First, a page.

Senate subcommittee blesses book delivery proposal

school textbooks
43% of third-grade students in Florida read below grade level.

A Senate subcommittee blessed a bill Wednesday that would establish a book delivery program for elementary students with reading difficulties.

The Senate Appropriations Subcommittee on Education advanced the bill (SB 1372) unanimously. Republican Sen. Danny Burgess of Zephyrhills is the bill sponsor.

The proposal would create Florida’s first statewide book distribution program for students.

The voluntary program, New Worlds Reading Initiative, would deliver books at no cost to the homes of elementary students who read below grade level.

According to the bill, state and local partners would share program expenses evenly. Under the bill, the proposed delivery service would be available throughout the school year.

Charter schools located in a non-participating school district, meanwhile, would be permitted to apply independently.

The bill further stipulates that the Department of Education or a third-party contractor must administer the program. It also calls for marketing initiatives to increase school district adoption.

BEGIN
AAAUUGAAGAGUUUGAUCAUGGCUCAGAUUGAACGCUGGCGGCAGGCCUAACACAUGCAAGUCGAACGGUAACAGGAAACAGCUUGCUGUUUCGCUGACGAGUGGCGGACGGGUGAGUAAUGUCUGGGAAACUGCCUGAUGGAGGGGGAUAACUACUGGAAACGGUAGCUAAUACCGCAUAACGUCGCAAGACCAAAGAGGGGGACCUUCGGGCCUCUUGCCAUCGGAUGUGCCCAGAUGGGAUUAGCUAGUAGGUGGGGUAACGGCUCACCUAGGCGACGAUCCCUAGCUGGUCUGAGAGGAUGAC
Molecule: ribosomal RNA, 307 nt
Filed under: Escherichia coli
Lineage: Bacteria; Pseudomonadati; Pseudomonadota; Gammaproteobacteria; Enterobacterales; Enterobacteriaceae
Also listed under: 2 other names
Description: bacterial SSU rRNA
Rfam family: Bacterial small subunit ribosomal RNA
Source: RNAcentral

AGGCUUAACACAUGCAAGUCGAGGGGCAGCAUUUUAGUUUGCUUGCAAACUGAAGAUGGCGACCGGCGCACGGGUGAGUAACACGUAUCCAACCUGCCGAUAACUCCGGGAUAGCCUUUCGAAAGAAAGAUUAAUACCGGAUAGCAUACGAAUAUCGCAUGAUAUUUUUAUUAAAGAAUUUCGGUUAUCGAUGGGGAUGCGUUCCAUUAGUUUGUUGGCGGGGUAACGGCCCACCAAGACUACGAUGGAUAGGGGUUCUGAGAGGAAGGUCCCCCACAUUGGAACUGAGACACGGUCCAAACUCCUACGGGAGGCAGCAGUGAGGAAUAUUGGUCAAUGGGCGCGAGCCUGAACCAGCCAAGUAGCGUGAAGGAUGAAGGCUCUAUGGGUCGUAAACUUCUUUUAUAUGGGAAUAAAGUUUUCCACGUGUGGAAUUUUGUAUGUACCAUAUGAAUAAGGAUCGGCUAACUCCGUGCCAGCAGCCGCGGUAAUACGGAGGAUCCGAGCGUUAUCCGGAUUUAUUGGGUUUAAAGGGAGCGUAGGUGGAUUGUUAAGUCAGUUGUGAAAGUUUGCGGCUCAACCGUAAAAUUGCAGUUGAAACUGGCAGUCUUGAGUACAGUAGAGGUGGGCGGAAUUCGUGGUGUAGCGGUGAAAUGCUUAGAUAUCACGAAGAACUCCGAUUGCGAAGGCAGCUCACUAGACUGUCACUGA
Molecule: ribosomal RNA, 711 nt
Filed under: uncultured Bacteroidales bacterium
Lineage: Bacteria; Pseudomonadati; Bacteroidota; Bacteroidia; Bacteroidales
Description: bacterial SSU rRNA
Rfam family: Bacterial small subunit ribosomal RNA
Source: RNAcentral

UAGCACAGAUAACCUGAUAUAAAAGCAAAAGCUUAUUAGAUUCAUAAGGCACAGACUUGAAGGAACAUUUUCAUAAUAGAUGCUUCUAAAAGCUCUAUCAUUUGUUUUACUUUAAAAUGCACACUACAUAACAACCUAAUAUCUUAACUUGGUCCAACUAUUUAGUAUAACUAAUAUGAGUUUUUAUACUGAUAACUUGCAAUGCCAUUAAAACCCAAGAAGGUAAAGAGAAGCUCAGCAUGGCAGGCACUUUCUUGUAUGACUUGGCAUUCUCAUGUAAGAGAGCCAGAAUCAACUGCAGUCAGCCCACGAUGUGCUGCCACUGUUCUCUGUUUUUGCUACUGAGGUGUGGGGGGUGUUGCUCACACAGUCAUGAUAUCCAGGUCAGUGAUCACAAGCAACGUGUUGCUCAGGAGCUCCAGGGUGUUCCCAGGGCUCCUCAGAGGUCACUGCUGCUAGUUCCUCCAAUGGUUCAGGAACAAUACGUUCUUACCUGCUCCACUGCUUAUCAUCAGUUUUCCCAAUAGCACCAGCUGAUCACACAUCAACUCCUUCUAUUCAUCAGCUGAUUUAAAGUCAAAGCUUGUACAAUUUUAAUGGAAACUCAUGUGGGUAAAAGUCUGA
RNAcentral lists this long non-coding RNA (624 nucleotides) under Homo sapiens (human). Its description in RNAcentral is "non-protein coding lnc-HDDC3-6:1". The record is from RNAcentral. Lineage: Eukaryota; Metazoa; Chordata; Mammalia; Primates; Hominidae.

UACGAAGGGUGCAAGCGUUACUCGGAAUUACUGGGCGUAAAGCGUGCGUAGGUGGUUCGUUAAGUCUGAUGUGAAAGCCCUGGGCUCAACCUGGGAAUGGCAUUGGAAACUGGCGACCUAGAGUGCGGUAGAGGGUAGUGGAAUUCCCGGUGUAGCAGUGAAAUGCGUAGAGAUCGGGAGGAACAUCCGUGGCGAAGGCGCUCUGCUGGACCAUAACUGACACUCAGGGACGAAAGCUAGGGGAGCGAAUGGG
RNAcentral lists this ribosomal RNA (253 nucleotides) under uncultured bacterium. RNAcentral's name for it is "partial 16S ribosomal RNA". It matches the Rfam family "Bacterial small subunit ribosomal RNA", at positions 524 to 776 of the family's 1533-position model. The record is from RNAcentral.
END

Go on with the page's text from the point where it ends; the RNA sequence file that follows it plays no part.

Speaking to members, Burgess noted that 43% of third-grade students in Florida read below grade level.

“That’s a problem,” Burgess said.

Moreover, students who read below grade level at the end of third grade are less likely to graduate high school by age 19, according to a staff analysis.

“You can’t learn if you can’t read, and this will help that narrative,” said Chairman Doug Broxson, a Gulf Breeze Republican.

Burgess’ bill will appear next at the Senate Appropriations Committee for its final panel stop.

If signed into law, the bill would take effect July 1.

Meanwhile, the House companion (HB 3), sponsored by Rep. Dana Lee Trabulsy, is slated for a hearing in the Education and Employment Committee for its final stop before the floor.

In January, House Speaker Chris Sprowls praised the idea at a press conference.

He contended that “access to books can change a child’s life.” He also suggested the proposal could “close the achievement gap.”

Jason Delgado

Jason Delgado covers news out of the Florida State Capitol. After a go with the U.S. Army, the Orlando-native attended the University of Central Florida and earned a degree in American Policy and National Security. His past bylines include WMFE-NPR and POLITICO Florida. He'd love to hear from you. You can reach Jason by email ([email protected]) or on Twitter at @byJasonDelgado.



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